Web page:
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Round-up iconDecisions Round-up: 10 to 14 November 2014

We published four decisions between 10 and 14 November, most of which considered the relationship between FOI and data protection law in some way.  Here are the key messages:

Key messages:

 

  • Confirming whether you hold personal data can, in itself, breach the Data Protection Act (DPA)
    The FOI Act allows you to refuse to confirm whether you hold personal data in certain circumstances (section 18). In Decision 230/2014, we agreed that the public authority was entitled to refuse to confirm whether it had taken any sanctions against a named employee. If the Council had confirmed whether or not it had taken action, this would have breached the DPA, and so would not have been in the public interest.

 

  • Disclosing personal data - the more senior the employee, the more likely disclosure will be fair
    Third party personal data can be disclosed under the FOI Act provided the disclosure is fair and lawful. We'll consider a number of criteria in deciding whether disclosure would be fair and lawful  - one of these, the seniority of the employees, was considered in Decision 232/2014.

 

  • FOI requests for the requester's personal data
    If a requester asks for his or her own personal data under FOI, the personal data is exempt from disclosure and you should offer to treat the request as a subject access request under the DPA. Of course, it's not always straightforward to work out whether information is personal data. In Decision 233/2014, the requester did not believe that all of the information he had asked for was his personal data.

To learn more about the relationship between data protection and the FOI Act, read our briefing on the section 38 exemption.

Decisions issued:

  • Decision 230/2014 Jonathan and Carol Flynn and Perth and Kinross Council
    Mr and Mrs Flynn asked the Council whether it had taken disciplinary action against a named employee. The Council refused to confirm or deny whether it held any information falling within the scope of the request. We agreed this was the correct approach.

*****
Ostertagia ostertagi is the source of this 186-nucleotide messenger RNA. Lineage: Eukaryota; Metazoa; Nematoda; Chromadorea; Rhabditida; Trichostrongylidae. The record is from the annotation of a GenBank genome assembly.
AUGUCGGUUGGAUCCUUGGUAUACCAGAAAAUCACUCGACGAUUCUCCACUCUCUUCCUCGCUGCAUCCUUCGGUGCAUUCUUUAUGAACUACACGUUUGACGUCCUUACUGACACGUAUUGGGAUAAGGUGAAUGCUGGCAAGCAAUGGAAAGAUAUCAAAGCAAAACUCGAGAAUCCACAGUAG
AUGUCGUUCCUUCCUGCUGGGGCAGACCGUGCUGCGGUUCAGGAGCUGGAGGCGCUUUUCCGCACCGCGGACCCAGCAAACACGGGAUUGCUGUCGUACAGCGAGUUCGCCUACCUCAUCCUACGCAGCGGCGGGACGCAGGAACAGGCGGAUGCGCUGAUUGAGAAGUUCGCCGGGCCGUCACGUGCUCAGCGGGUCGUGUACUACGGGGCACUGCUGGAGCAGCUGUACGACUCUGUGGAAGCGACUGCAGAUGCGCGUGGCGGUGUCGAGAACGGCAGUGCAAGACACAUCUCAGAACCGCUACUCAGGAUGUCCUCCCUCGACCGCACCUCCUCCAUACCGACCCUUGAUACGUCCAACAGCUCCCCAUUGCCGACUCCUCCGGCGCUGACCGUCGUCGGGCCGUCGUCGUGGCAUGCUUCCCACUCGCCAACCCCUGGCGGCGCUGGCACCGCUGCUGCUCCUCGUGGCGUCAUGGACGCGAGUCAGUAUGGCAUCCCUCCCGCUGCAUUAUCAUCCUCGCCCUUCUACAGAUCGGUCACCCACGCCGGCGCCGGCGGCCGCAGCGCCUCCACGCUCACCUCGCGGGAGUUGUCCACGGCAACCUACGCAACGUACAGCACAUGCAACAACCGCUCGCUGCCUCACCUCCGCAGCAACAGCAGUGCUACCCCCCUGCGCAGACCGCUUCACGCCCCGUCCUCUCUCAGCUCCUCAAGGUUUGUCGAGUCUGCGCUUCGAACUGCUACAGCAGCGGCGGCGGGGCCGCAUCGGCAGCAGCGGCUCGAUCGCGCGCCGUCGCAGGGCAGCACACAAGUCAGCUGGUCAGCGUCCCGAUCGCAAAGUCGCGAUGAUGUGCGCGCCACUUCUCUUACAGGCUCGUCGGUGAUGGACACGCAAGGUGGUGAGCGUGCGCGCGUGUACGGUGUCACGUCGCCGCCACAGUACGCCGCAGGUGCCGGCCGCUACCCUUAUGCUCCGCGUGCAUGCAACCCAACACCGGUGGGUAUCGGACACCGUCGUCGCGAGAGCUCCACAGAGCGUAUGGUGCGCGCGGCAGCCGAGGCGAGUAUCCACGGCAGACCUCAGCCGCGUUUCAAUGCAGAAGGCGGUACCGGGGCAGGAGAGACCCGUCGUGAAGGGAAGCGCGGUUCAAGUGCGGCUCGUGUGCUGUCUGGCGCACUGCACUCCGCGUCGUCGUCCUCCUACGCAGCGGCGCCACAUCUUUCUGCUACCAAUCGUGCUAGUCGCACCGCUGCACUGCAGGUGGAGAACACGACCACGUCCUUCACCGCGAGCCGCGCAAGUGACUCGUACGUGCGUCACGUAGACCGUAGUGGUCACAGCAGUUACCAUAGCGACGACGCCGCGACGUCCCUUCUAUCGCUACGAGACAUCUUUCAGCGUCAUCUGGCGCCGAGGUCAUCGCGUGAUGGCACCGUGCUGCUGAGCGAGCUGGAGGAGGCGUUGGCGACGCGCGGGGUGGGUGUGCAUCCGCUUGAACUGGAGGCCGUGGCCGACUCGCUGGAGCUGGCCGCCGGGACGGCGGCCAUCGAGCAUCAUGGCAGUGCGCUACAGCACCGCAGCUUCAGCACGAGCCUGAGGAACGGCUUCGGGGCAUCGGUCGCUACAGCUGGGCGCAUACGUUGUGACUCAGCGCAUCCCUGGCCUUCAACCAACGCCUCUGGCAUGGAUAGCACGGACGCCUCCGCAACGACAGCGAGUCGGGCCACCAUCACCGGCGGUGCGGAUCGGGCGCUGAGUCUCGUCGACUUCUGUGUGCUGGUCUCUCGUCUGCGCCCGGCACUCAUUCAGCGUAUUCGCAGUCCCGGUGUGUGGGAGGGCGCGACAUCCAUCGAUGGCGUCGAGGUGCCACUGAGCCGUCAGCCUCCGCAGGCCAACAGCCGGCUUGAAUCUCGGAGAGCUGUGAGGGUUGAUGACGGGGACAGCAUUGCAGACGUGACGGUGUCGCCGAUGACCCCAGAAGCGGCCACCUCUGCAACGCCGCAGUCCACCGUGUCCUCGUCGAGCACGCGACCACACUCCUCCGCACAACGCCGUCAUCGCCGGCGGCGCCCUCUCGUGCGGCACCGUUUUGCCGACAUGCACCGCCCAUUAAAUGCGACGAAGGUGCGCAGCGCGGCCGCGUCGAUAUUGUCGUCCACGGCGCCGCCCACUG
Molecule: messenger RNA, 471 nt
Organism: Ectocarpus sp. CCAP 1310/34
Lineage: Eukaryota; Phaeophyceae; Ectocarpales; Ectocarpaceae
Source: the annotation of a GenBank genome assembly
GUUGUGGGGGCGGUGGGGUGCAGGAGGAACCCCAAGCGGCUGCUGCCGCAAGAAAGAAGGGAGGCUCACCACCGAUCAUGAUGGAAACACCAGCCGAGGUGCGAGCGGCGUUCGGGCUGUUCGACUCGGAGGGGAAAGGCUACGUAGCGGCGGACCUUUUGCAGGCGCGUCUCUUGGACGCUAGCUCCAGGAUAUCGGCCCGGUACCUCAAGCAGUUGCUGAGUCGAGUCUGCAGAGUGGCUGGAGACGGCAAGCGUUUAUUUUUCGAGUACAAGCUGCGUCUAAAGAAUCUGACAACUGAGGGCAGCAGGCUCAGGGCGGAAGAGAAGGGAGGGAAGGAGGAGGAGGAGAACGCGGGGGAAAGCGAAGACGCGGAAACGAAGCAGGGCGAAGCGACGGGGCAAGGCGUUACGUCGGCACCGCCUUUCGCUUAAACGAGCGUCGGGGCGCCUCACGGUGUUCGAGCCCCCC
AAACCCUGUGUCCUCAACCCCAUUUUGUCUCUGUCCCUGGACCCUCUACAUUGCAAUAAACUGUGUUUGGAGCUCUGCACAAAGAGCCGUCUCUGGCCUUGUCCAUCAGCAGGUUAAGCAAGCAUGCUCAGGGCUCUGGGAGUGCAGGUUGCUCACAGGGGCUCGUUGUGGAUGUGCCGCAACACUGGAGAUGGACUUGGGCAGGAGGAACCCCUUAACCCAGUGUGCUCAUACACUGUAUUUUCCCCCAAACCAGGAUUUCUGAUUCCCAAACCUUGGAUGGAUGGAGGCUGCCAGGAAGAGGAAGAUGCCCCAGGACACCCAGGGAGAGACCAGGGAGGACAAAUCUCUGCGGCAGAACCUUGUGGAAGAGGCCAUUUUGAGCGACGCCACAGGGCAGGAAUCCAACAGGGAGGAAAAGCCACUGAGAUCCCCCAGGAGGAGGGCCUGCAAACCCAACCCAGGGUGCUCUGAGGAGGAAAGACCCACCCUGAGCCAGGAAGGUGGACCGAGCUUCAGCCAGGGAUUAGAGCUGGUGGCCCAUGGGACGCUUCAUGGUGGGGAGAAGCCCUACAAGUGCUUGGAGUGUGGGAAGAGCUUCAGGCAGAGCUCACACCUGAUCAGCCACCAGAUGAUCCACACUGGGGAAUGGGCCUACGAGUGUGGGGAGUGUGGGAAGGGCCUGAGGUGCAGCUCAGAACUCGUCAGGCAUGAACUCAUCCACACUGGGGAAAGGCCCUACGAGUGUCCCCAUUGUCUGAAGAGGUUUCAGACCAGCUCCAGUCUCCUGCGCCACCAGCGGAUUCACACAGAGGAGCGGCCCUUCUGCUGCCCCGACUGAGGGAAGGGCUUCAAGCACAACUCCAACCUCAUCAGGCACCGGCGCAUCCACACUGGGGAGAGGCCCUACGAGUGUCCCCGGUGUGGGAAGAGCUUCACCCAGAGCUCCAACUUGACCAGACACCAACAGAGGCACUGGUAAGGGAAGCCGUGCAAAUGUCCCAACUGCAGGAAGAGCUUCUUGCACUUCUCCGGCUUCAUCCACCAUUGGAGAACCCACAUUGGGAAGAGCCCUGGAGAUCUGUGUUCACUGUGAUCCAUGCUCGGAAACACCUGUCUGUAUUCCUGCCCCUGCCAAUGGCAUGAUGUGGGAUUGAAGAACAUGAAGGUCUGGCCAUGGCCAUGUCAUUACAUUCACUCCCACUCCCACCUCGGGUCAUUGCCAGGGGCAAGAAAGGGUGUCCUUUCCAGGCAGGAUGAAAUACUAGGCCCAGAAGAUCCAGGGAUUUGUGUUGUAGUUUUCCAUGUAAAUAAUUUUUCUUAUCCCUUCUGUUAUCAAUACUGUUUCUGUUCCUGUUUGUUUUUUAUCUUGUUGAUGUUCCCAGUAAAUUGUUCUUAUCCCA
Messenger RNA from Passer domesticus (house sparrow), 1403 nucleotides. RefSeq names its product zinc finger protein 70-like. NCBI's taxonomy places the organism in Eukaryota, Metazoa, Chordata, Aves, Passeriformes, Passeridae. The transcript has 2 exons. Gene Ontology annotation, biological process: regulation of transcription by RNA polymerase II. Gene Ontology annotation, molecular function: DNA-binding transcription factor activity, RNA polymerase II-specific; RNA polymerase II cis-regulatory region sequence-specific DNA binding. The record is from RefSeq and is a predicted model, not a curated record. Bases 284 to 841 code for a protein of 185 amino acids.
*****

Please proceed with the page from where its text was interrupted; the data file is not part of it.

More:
• Decision 231/2014 Daniel Smillie and Scottish Public Pensions Agency (SPPA)
    Here, we found that the SPPA failed to respond to Mr Smillie's request and request for review in line with the timescales set down by the FOI Act.

 

  • Decision 232/2014 John Mauger and the Scottish Police Authority (SPA)
    Mr Mauger wanted to know whether six named Assistant Chief Constables (ACCs) had obtained a particular qualification. We ordered the SPA to disclose the information. While the information was the personal data of the ACCs, given the seniority of the officers involved we considered it was fair to disclose it.

 

  • Decision 233/2014 Mr T and the Scottish Prison Service (SPS)
    Mr T asked the SPS for copies of the notes taken during an Internal Complaints Committee meeting which had discussed a number of his complaints. The SPS withheld the information under section 38(1)(a) on the basis that the notes were all Mr T's personal data. The SPS suggested he make a subject access request for the notes under the Data Protection Act. Having viewed the information, we agreed that it was all Mr T's personal data and so was exempt from disclosure under FOI.

 

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